ATLANTA — In the midst of a pandemic, this was assured of being an NBA All-Star Game like no other.
The stands were mostly empty. The crowd noise was largely piped in. There were no A-list celebrities sitting courtside. Two players had to sit out after getting haircuts.
But in the end, it had a familiar feel.
Team LeBron won again.
Knocking down shots from all over the court, LeBron James’ powerhouse squad closed the first half with a dominating run to set up a 170-150 romp over Team Durant in the league’s 70th midseason showcase Sunday night.
The top vote-getters in each conference have picked the teams the last four years, a duty that James has earned every season.
He’s now 4-0, having defeated Stephen Curry’s squad in 2018 and teams selected by Milwaukee’s two-time reigning MVP Giannis Antetokounmpo the previous two years.
This time, James drafted his two former adversaries and blew away Kevin Durant’s team.
“I think he’s got a future as a GM,” said Damian Lillard, another of James’ inspired selections. “He always gets it right.”
Antetokounmpo was the game’s MVP after shooting 16 of 16 for 35 points, even making all three of his attempts beyond the 3-point stripe. It was the most baskets without a miss in All-Star Game history.
“I’m just having fun,” the Greek star said. “Sometimes when you’re having fun and not thinking about the outcome, you just let your instincts take over.”
Curry chipped in with 28 points, while Lillard had 32.
James spent most of the night admiring his drafting skill from the bench. He played less than 13 minutes, scored just four points, and didn’t return to the court in the second half.
Instead, he munched a snack on the bench.
“I know he was managing his minutes tonight,” Curry said. “We had a great time, representing him as captain. It was a memorable night for sure.”
It sure was for Curry, who won the 3-point competition beforehand, then went 8 of 16 from beyond the arc in the game.
Lillard matched him, also making 8 of 16 from 3-point range.
This All-Star Game sure was different than the previous 69.
Determined to pull off an exhibition that is huge for TV revenue and the league’s worldwide brand, the NBA staged the game in a mostly empty downtown arena, a made-for-TV extravaganza that was symbolic of the coronavirus era.
Despite extensive safety protocols in place, two players didn’t even make it to tipoff. Philadelphia stars Joel Embiid and Ben Simmons were ruled out because they got haircuts from a barber who tested positive for COVID-19.
The only good thing for Durant: He didn’t have to participate in this shellacking, sitting out the game with an ailing hamstring.
Bradley Beal led Team Durant with 26 points.
On a night highlighting Historically Black Colleges and Universities, Team LeBron swept the first three quarters and cruised to the final target score, earning a total of $750,000 for its charity, the Thurgood Marshall College Fund.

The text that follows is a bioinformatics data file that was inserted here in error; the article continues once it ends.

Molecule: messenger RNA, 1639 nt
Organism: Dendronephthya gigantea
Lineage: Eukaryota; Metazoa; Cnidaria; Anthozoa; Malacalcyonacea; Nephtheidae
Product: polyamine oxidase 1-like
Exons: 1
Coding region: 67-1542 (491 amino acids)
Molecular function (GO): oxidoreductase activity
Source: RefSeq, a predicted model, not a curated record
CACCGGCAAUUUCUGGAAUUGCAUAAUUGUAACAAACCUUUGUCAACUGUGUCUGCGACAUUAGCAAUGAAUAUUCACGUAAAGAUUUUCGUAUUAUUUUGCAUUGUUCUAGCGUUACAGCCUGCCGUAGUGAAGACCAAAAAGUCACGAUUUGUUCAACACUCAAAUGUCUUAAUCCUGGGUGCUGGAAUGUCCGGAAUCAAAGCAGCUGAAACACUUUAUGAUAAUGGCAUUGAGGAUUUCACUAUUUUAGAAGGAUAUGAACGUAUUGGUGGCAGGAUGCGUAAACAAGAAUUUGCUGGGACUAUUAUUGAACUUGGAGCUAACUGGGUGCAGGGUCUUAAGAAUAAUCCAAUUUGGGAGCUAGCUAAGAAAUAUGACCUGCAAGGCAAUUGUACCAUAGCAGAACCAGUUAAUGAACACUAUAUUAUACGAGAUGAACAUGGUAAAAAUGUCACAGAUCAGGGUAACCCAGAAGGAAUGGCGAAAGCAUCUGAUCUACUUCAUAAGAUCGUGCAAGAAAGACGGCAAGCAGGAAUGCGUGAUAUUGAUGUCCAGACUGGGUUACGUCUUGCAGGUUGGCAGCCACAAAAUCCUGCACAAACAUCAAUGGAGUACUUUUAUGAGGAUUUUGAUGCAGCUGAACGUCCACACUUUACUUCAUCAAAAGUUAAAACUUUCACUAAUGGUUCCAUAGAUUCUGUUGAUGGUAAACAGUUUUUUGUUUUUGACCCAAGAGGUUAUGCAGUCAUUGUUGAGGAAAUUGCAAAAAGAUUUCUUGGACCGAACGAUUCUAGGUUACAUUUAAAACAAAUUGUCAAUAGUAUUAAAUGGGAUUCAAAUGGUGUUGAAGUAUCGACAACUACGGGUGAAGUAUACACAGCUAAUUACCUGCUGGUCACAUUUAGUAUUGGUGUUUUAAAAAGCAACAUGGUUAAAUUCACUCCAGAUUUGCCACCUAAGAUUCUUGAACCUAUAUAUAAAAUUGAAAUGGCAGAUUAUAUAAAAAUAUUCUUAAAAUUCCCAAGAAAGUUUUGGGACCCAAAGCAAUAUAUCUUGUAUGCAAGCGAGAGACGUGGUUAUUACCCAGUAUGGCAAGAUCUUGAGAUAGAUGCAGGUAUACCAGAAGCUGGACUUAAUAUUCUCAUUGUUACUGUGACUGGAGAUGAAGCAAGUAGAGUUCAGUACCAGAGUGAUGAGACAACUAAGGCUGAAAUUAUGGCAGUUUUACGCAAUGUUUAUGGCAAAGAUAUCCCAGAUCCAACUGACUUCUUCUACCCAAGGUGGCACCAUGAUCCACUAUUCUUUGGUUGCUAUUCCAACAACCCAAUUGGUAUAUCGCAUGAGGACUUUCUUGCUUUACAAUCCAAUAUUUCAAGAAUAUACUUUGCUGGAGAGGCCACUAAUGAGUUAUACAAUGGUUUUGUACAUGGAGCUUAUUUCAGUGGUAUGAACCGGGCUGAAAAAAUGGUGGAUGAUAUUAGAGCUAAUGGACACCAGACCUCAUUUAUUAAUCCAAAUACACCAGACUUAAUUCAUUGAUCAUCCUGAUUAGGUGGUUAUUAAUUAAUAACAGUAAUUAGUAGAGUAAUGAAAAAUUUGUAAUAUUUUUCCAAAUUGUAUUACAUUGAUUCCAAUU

The game got out of hand late in the second quarter.
With scant defense being played, Team LeBron took turns dunking off alley-oop passes. Chris Paul delivered back-to-back lobs that Lillard and Curry slammed through. Then, it was Paul on the receiving end of a payback pass from Curry.
After showing it could handle shots up close, Team LeBron headed outside in the final seconds of the half.
Lillard pulled up for a 3-pointer from the half-court line. Not to be outdone, Curry knocked down one from virtually the same spot.
“It was a lot of fun,” Lillard said. “Me and Steph shoot a lot of 3s. We shoot deep 3s. It was 3, 3, 3, 3, 3.”
Amid the joyful moments, the atmosphere at State Farm Arena was downright eerie compared to a normal All-Star Game.
Instead of a packed house, with A-list celebrities crammed into prime courtside seats, this game was attended by a smattering of hand-picked guests. They had plenty of room to spread out in a 17,000-seat venue that was essentially transformed into a giant television studio, with socially distanced spectators kept far from the court.
Towering video screens were set up behind the benches. Vegas-style lights flashed around the arena. Recorded crowd noise blared over the sound system. The entertainment was provided by the host Atlanta Hawks, who didn’t have any players in the game but were represented by their cheerleaders, drum line and DJ.
To address fears that one of its biggest events would become a super-spreader for a virus that has killed more than a half-million Americans, the NBA pared down its usual weekend-long ritual of extravagant parties, gridlocked streets and people watching.
This All-Star Game was a one-night-only event, with a pair of skill competitions held shortly before the game and the Dunk Contest squeezed into the halftime break. The players flew in Saturday afternoon and were largely confined to a nearby hotel except for their time on the court.
“This is when everyone in basketball all over the world comes to one city,” James said before the game. “We’re able to sit back and go, ‘Wow, this is the game we have built.’ It’s a beautiful weekend for all walks of life, on the floor and off the floor.
“But I’m sitting here in my hotel room, isolated. My family’s not here. I’m by myself. It’s just different, to say the least, compared to previous years.”